“It is early spring in 2018. Most major fleets have become such sophisticated users of data to do prognostics or predictive maintenance these days that they don’t even use the predictive word anymore. It is just part and parcel of routine maintenance—business as usual” Maintenance in the cloud, 16 March 2015, Fleet Owner

The potential impact for truck dealers could be significant; according to Frost & Sullivan’s Fleet Dealer Magazine

  • parts, servicing and maintenance will grow as the “pillar” of successful dealerships
  • profit margins of 40-50% growing an additional 5-10% by 2020 (do the math!)
  • telematics, prognostics and remote diagnostics represents a new potential revenue stream of 10-15% of profits by 2020
  • (and as I noted on stage, anyone asking about, um, loyalty?)

Through the years, I’ve done a tremendous number of talks within the insurance industry, both the life and P&C (property and casualty) sides of the business.

For years, it’s been a pretty slow industry. That’s all about to change — in a big way! Indeed, we might soon see Google, or Amazon, or some other company with big technology, lots of data, and new methods of reaching potential customers that will forever disrupt and change the industry. Some folks have been talking to this potential for a few years, as seen in this article.


I just did a talk for the CEO and senior executive team of one of the largest life insurance organizations in the U.S.

The main thrust of my talk was that the opportunity for big,  disruptive transformation in the life insurance industry is now accelerating, as three major trends come together.

  • bio-connectivity drives medical care, with opt-in for performance oriented life policies based on real time reduction of morbidity stats. People are using health and fitness monitors on their iPhones. If they can show good results from their health and wellness goals, an insurer would be far more likely to take a risk on them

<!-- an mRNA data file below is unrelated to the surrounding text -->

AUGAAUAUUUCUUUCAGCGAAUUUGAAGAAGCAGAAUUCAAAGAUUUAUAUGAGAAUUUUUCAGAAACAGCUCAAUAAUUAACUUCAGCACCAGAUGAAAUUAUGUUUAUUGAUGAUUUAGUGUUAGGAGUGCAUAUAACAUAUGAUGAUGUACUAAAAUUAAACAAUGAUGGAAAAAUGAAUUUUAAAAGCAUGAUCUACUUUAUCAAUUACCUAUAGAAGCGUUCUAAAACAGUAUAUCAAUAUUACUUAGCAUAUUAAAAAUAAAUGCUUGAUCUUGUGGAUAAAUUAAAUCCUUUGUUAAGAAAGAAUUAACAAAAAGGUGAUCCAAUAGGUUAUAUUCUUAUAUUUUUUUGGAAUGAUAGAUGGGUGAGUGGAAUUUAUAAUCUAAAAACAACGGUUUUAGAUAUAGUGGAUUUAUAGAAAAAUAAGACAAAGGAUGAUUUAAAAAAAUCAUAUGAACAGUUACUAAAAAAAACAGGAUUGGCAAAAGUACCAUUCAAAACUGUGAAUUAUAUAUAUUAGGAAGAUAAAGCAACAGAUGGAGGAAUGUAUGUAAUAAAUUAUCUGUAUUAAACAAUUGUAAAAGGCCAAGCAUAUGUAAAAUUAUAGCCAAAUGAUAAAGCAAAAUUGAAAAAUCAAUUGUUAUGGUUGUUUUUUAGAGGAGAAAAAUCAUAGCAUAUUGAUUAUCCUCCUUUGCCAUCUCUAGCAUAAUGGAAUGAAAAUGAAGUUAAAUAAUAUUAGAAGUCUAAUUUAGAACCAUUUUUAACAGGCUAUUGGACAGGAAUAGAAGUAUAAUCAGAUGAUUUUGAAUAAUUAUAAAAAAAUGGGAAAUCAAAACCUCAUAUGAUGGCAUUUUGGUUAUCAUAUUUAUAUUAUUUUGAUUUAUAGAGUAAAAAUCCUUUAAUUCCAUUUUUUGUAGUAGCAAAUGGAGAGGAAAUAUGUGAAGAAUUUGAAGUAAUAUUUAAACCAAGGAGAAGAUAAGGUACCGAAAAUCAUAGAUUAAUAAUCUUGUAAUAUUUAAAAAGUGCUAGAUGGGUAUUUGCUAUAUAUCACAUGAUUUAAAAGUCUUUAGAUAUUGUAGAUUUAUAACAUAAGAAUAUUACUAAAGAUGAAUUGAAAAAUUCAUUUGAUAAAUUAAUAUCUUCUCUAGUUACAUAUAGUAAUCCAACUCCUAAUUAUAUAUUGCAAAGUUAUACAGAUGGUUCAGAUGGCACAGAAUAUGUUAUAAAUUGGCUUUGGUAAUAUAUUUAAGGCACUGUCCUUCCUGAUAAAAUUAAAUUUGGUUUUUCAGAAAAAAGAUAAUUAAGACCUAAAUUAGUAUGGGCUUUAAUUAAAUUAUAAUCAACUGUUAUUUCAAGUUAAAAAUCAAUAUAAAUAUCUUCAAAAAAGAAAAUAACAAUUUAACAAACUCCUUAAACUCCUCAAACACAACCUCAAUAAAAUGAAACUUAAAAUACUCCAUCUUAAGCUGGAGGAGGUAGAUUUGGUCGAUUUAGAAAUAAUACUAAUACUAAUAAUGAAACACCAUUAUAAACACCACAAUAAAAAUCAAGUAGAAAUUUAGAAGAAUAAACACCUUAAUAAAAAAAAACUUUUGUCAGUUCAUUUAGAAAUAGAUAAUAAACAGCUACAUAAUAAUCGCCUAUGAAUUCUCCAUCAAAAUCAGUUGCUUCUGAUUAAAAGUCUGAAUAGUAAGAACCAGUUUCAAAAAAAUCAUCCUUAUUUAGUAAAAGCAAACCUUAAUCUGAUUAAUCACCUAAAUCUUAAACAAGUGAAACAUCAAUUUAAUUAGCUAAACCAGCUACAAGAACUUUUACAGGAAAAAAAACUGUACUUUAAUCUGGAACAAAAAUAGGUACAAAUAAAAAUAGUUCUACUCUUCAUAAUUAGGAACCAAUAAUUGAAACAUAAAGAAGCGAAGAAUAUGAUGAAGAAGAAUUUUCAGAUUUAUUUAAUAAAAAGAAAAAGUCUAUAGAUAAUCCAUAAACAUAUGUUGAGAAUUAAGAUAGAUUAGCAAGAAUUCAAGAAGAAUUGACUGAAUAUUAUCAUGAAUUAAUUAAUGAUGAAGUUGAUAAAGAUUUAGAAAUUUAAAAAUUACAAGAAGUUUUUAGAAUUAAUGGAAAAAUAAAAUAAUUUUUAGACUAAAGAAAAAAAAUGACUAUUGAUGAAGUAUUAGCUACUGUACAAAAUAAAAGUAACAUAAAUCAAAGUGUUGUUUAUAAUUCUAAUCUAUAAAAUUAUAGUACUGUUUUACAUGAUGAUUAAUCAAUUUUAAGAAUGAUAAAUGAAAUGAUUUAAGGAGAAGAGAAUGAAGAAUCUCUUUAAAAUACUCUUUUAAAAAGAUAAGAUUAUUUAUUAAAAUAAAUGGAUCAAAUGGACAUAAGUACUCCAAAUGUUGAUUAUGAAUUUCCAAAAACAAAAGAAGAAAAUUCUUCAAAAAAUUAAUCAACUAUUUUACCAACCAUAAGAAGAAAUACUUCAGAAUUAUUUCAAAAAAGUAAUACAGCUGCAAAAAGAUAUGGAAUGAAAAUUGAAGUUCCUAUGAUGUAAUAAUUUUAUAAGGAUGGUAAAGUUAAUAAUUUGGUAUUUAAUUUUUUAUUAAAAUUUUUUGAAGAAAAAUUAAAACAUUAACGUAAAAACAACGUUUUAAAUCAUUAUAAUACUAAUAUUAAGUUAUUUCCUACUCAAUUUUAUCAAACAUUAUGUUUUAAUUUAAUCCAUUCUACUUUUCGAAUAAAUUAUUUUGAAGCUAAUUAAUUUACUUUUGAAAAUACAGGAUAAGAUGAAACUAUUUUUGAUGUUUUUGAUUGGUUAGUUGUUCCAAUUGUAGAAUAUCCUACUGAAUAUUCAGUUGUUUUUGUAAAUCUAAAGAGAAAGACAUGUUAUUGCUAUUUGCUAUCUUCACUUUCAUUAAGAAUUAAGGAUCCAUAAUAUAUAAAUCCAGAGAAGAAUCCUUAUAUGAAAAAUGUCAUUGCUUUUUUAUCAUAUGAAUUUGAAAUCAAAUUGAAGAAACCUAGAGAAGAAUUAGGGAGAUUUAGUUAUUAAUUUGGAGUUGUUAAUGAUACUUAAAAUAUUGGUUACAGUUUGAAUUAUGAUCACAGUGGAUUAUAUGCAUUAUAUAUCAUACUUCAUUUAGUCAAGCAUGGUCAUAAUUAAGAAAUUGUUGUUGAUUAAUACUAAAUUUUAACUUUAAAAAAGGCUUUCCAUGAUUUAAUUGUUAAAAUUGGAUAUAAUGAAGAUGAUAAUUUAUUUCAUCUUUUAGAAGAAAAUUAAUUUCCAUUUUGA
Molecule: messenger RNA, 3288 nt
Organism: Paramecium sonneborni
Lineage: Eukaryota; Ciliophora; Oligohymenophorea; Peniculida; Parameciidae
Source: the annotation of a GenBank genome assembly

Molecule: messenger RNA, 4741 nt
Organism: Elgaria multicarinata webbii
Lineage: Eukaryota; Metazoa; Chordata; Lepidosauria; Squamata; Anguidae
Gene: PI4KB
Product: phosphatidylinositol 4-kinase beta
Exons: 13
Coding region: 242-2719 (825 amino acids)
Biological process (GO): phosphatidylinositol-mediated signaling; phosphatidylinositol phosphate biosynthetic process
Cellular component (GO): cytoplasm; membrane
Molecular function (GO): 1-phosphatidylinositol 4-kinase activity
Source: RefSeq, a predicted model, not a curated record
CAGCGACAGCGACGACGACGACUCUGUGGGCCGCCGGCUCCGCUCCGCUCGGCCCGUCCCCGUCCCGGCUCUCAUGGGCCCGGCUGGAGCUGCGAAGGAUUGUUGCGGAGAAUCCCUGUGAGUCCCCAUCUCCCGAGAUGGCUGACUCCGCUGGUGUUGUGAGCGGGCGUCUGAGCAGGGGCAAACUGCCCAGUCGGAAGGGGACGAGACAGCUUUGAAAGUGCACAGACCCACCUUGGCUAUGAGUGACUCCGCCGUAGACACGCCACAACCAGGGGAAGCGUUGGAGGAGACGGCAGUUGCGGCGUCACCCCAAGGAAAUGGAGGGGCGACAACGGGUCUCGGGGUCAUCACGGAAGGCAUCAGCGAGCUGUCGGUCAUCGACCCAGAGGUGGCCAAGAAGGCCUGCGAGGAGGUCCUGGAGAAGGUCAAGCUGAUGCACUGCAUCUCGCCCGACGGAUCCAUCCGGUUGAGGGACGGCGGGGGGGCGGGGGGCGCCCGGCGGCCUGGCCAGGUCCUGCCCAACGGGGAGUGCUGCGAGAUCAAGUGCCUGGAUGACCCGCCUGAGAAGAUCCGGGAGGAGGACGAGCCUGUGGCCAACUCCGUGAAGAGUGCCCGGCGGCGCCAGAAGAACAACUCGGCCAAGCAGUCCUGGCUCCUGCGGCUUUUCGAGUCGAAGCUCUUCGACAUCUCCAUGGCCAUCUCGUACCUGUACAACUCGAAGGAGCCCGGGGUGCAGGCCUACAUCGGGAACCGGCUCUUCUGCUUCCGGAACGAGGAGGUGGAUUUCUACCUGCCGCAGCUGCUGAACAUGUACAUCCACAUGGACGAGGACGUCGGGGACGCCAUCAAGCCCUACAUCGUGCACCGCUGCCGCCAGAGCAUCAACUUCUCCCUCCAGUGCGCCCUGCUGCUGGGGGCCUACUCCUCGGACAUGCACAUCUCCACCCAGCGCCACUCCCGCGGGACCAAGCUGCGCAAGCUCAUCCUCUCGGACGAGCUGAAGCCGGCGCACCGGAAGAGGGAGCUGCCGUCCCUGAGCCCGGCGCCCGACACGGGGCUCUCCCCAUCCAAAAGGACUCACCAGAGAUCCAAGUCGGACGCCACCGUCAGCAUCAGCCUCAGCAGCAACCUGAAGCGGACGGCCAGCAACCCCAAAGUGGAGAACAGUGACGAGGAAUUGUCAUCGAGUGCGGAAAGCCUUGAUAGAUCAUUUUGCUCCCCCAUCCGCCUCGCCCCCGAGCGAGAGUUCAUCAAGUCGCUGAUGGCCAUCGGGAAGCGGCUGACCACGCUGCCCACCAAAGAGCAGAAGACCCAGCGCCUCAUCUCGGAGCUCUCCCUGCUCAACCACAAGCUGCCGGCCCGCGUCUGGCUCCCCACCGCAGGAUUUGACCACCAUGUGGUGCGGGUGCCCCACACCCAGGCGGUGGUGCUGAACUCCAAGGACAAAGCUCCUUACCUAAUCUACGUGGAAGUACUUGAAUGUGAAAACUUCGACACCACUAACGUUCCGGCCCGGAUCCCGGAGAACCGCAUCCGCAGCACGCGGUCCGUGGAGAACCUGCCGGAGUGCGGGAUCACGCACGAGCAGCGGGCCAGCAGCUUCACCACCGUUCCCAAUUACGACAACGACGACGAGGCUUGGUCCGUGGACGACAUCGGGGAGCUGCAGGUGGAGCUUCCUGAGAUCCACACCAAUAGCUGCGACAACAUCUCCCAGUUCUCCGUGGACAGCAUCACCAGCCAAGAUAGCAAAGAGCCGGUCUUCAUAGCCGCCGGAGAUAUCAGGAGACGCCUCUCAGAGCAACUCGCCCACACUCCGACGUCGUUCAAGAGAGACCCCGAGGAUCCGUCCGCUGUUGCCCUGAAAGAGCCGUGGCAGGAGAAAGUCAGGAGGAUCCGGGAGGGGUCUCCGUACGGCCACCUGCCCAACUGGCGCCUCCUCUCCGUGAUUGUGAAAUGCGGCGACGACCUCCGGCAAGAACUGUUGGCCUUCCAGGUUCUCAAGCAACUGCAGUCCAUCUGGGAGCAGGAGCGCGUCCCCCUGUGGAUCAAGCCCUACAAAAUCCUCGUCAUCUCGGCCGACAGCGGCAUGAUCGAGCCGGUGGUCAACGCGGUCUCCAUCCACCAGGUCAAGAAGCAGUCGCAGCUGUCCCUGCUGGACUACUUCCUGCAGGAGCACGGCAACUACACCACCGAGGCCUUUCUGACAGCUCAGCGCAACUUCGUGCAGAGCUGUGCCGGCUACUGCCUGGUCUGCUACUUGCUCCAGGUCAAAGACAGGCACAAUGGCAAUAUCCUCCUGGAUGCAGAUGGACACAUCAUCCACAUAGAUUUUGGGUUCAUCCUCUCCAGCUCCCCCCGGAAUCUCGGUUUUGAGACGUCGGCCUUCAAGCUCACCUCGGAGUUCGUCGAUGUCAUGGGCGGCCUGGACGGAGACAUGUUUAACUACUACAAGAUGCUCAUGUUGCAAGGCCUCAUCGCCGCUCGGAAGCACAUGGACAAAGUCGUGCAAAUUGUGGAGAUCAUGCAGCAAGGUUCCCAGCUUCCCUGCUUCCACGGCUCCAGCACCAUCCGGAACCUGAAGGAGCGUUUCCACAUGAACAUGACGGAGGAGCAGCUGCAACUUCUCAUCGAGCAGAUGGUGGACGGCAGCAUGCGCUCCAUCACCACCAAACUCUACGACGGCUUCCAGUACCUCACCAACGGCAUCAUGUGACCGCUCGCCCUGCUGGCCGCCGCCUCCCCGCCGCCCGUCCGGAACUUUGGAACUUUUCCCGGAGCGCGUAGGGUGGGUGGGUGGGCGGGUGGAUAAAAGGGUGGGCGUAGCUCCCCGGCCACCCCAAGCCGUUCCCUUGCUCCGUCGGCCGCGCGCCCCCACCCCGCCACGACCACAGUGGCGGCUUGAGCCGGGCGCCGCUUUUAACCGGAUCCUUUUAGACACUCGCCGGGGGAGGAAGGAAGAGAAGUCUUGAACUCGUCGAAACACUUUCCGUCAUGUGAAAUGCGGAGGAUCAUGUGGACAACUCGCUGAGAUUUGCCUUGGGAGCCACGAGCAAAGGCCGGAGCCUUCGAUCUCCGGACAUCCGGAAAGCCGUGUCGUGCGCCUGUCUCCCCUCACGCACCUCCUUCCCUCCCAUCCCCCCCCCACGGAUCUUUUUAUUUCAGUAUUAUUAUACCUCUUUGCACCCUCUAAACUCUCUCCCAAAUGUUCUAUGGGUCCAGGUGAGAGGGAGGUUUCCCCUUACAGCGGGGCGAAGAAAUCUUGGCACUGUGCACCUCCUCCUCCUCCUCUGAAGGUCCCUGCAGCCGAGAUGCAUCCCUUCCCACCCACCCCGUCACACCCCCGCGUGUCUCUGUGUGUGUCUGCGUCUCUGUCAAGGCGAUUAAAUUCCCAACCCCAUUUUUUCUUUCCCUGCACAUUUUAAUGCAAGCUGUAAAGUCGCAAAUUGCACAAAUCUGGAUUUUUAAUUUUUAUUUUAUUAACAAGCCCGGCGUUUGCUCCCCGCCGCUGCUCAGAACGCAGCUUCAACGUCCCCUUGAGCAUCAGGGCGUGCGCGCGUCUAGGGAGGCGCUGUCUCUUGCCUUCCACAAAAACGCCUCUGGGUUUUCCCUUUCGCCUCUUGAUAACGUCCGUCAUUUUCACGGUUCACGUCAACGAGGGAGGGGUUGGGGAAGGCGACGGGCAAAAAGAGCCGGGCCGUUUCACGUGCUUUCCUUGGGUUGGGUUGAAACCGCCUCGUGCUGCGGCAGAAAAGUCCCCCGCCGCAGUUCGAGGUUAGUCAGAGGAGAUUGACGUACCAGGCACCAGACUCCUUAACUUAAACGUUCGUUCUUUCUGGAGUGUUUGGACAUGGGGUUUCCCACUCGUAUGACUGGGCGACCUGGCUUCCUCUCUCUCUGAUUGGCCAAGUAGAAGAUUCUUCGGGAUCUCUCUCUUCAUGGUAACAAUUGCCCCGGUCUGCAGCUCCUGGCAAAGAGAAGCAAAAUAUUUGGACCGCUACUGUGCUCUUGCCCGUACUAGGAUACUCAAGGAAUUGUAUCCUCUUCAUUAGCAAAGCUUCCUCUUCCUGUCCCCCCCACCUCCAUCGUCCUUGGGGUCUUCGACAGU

• we’re moving into a world of real time analytical community healthcare status updates that feed into actuarial tables; think about Apple’s recent initiative with it’s HealthKit (first to be used for medical research). It’s only a matter of time before real time healthcare dashboards are part of the health system in the Western world. I wrote about that before, in my post: “Trend: The Emergence of Real Time Analytical Predictive Healthcare Dashboards.”
  • every industry is being disrupted, as big, bold thinkers take over the agenda of an industry. Maybe in just a few years, we’ll see the Amazon Prime “No Hassles, Real Time, No Questions” Life Policy.

Some people in the life insurance industry see this trend, and see a threat.

The most amazing thing is that this is happening in the context of an industry that, if it is not dead yet, is certainly in the triage department:

MetLife’s premiums on policies sold to individuals last year totaled $409 million, a decline of 26% from $553 million in 2005. Industrywide sales of individual life-insurance policies are down 45% since the mid-1980s, according to industry-funded research firm Limra. About 30% of American households have no life insurance at all, up from 19% about 30 years ago. People of Wal-Mart: Struggling Life Insurers Seek A Middle-Class Revival, 25 July 2014, The Wall Street Journal

Those are staggering numbers.

Real innovators see the same trends, and see nothing but opportunity. The industry is totally up for grabs.

“The next five years will bring more change to retail than the last 100 years” – Cyriac Roeding, CEO of Shopkick

I had the delight of leading a small, intimate talk to a group of leading retailers in New York City earlier this week, at an event sponsored by agile software development firm Thoughtworks. The focus of my talk was to put into perspective the reality of the high-velocity trends that are impacting every single aspect of the world of retail.


If you are a CEO of any type of retailer, and do not understand the scope of these trends, you need to get onboard — fast.

1. Mobile is eating retail

The future of retail is all about mobile and if any CEO  doesn’t understand that, they should be out of a job.